“All copying forbidden”, “downloading is killing the entertainment industry”, “up to 30 years jail time and $100.000.000 in fines”… gee, what haven’t we all heard about the evils of torrents, downloading and the Internet in general and all the horrible things happening to people who do more than just surf the web for baseball game results and use Facebook to share cat content with their pals (warning: flirting and chatting with the girl next door is a very gray area too).
In regard to accessing media online, the web is riddled with false claims. Feeling unsure about what you’re allowed to do and what not? We are here to debunk the myths and set you straight.
The general rule: Use of technology is legal, accessing unlicensed copyrighted media is often not.
Downloading / Sharing Copyrighted Content Without Permission With Torrents Or Other Filesharing Programs: Not Allowed in Most Jurisdictions
Take, for example, torrents. They are based on BitTorrent, a filesharing protocol invented to quickly distribute data between users while releasing load and bandwidth consumption from the central downloading server, and often getting completely rid of it.
The concept: Instead of straight downloading from a server, users exchange little bits of the files they download and transfer them between each other. Of course this kind of technology is completely legal and even used by a number of large companies.
Ever downloaded Linux or updated your World of Warcraft client? Chances are you used the BitTorrent network for that. It is a great way of saving on expensive server farms, thus creating more profits for global enterprises and the open source community alike.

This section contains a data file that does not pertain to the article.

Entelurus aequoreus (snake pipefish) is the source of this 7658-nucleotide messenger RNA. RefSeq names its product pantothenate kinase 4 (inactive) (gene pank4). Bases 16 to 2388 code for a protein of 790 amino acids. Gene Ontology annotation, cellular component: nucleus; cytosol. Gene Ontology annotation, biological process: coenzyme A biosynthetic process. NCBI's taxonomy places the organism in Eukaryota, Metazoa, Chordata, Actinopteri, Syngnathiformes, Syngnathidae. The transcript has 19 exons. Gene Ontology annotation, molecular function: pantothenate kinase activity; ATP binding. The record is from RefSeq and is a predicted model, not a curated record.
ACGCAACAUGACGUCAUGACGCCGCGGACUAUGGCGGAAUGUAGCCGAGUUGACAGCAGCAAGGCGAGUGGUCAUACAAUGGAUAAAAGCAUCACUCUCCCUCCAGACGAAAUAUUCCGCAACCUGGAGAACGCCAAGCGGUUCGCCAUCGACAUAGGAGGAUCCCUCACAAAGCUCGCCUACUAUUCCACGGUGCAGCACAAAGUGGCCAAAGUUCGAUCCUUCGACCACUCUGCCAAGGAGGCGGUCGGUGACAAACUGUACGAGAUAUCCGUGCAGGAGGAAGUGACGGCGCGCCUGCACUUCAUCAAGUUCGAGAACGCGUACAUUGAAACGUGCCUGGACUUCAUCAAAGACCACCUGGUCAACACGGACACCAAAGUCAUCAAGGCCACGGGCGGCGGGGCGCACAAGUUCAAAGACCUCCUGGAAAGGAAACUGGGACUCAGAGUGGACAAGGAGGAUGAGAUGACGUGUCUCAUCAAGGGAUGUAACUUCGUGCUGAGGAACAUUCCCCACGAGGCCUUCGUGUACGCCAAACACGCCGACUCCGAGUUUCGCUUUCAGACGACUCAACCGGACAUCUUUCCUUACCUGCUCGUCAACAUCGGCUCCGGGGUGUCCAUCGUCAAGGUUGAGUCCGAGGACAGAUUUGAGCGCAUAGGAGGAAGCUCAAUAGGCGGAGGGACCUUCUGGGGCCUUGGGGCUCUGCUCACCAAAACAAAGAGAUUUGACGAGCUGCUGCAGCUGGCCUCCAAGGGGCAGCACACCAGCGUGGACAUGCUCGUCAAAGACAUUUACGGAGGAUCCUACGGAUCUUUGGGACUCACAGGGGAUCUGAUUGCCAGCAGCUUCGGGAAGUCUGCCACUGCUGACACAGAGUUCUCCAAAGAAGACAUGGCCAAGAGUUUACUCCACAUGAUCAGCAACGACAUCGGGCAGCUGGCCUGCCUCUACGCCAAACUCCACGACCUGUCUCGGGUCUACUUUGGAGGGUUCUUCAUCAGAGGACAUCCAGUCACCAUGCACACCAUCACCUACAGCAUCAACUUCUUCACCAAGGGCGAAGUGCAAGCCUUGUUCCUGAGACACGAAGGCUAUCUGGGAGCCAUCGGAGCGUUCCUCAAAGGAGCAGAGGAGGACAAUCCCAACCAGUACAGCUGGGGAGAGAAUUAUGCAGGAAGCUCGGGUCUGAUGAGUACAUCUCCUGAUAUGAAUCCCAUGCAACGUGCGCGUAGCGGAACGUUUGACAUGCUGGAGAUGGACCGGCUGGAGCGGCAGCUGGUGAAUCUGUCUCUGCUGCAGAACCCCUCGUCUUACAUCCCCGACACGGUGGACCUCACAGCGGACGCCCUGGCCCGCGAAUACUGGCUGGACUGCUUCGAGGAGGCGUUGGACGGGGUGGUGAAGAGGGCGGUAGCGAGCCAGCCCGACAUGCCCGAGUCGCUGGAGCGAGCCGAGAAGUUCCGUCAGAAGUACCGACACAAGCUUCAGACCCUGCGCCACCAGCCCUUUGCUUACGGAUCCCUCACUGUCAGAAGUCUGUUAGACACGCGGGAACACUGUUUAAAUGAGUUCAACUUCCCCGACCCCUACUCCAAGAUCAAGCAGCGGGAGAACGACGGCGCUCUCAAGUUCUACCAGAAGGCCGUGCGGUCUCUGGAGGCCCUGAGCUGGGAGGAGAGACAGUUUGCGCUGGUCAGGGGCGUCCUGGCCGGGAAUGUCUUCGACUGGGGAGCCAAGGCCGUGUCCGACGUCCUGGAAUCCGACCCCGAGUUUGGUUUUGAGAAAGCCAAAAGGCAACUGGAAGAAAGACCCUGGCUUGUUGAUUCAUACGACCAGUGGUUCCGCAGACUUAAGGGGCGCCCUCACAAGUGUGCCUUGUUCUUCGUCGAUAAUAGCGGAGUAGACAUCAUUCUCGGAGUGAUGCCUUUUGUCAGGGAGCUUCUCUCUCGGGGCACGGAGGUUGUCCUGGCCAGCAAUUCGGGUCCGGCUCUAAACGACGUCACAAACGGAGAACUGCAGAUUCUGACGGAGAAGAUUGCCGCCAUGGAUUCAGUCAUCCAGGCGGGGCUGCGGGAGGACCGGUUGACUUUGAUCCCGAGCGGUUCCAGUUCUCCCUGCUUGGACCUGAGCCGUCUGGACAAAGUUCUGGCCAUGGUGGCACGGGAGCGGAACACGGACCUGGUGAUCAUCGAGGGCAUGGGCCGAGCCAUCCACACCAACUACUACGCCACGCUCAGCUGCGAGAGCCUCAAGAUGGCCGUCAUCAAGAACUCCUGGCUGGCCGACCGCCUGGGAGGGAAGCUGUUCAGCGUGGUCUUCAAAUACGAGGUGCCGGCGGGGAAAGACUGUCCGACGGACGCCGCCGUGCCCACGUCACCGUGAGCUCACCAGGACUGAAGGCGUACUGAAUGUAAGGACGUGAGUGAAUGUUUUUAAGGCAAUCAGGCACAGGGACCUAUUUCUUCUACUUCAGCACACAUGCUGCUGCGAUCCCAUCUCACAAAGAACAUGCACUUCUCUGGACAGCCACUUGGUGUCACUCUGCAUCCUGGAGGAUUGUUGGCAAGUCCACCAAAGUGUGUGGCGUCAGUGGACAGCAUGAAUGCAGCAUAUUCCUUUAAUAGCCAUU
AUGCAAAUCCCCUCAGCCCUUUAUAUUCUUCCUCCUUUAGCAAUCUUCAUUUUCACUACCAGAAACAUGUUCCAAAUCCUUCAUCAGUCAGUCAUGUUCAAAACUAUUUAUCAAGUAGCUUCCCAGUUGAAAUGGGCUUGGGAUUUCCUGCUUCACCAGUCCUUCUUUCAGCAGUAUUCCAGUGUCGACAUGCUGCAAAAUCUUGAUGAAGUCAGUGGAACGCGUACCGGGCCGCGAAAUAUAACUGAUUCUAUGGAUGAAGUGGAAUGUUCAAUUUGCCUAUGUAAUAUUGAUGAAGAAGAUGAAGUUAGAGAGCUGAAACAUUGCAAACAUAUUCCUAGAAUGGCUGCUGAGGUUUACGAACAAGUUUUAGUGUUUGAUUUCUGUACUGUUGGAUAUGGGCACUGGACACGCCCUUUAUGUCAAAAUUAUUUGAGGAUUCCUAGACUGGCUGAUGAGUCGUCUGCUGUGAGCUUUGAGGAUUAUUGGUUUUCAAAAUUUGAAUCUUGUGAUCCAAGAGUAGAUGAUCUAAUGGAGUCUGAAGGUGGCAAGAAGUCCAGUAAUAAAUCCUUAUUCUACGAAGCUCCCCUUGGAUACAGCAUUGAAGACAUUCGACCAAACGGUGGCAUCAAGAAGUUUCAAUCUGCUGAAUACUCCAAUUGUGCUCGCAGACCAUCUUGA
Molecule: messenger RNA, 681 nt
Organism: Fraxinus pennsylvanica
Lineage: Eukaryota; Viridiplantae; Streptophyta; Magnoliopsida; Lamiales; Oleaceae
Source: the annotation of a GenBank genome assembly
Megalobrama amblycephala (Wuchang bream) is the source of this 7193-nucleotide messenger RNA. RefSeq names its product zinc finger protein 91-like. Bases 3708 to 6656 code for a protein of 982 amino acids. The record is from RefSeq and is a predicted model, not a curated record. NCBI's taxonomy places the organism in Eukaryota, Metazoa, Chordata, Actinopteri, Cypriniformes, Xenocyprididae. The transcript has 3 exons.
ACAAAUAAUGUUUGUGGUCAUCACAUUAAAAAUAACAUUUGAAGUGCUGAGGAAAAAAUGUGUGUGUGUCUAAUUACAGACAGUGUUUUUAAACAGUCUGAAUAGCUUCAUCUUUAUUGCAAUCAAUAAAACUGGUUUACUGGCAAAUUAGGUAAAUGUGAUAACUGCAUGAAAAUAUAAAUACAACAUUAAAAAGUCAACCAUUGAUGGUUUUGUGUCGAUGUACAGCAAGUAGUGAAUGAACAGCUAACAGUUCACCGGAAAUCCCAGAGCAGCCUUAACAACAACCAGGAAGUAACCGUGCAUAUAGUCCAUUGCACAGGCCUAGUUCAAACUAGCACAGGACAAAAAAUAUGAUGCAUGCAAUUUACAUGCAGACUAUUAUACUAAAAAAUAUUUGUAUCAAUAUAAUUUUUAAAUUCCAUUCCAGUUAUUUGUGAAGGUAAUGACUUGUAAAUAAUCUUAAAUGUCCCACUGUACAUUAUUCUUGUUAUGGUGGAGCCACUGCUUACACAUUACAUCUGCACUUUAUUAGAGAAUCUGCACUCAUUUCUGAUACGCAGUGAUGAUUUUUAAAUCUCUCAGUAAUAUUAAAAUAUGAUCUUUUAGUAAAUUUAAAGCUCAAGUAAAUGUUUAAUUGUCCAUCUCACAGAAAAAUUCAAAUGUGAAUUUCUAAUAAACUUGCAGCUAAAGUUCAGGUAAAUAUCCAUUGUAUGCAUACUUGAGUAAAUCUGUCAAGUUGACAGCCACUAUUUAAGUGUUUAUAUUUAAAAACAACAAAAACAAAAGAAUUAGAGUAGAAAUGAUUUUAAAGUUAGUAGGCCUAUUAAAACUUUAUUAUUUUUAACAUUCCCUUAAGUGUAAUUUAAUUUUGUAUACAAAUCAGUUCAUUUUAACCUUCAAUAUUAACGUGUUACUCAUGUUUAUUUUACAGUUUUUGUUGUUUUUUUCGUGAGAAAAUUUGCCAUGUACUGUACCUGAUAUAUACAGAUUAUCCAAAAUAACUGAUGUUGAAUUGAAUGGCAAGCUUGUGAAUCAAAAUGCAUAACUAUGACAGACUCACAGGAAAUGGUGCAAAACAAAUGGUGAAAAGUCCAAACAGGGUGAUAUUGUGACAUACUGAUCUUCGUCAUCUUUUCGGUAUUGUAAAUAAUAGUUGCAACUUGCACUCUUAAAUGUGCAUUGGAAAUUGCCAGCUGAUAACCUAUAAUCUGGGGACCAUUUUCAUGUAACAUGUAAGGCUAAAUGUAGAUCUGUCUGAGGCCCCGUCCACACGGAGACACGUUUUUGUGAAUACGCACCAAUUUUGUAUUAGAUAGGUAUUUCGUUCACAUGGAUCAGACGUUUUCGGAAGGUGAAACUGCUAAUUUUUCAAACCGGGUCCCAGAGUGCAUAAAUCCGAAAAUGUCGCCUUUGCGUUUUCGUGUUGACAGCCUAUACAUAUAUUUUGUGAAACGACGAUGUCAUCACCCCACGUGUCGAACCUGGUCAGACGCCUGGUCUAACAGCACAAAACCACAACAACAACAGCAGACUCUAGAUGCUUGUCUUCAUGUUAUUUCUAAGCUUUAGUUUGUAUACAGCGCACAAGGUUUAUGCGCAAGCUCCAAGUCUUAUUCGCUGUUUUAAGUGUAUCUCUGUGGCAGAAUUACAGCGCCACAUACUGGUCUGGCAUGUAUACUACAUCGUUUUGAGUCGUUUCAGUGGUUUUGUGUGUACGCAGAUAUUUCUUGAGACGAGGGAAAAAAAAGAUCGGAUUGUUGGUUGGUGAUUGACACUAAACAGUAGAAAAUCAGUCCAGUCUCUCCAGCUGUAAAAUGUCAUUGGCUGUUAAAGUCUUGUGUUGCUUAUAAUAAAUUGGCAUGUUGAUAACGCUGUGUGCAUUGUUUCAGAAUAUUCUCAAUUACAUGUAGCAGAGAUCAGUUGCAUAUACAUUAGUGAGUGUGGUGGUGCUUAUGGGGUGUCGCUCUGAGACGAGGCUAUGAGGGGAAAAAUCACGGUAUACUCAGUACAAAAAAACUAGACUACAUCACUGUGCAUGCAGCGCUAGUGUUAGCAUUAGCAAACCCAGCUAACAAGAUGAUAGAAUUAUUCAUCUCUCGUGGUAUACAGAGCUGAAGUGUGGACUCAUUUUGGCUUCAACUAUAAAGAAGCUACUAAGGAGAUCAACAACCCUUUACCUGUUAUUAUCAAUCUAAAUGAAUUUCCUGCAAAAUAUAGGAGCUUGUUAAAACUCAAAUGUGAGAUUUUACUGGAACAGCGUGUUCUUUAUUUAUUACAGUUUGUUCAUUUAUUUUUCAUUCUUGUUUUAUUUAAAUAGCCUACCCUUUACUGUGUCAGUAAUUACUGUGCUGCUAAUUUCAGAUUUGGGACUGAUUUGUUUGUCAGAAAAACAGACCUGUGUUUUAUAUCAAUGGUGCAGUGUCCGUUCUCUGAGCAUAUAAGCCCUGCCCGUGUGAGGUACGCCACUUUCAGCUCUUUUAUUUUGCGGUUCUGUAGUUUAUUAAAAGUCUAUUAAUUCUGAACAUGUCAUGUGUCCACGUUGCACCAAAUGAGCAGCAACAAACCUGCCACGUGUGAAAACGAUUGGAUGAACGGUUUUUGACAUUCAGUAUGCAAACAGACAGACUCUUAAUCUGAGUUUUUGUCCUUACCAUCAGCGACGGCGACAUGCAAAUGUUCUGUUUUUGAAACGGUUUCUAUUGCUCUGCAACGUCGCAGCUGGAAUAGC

However what people mean when they ask if “torrents are legal” is if downloading copyrighted content via The Pirate Bay and similar torrent sites is legal, and the answer is easy: It is most certainly not in a lot of jurisdictions. Worse even: Filesharing protocols, by design, not only let you download files but, at the same time, turn you into a distributor for those same files, which allows copyright trolls to dramatically increase the fine they can ask from you.
Downloading Copyrighted Stuff From Sharehosters: Also Not Allowed in A Lot Of Places
All in all, the same goes for pure downloading from sharehosters or some other source; however, since in this case you’re not uploading anything to other users, catching people is much more difficult. Some jurisdictions actually allow pure downloading, although their number is getting smaller and smaller.
Watching Movie Streams: Gray Area, Some Argue It Might Not Be Illegal
As for streaming, the situation is a little more complicated, and often depends on small technicalities. Is watching a stream a download? Is your browser saving a copy of the movie or piece of music while you watch it, is this copy saved to your RAM or your hard drive, and is it obvious this could be forbidden by law?
The situation here reminds us strongly of how things were with filesharing about 10 years ago, when no one was sure if this increasingly popular activity was legal or illegal. Little did it matter to users when the industry began suing, relying on scare tactics, threats and the use of sleazy lawyers to make people pay.
So proceed with caution, and protect your privacy as good as possible, no matter what you do. Remember: Taking steps to reclaim your privacy is not a crime, but common sense for anybody who supports democracy and a free society!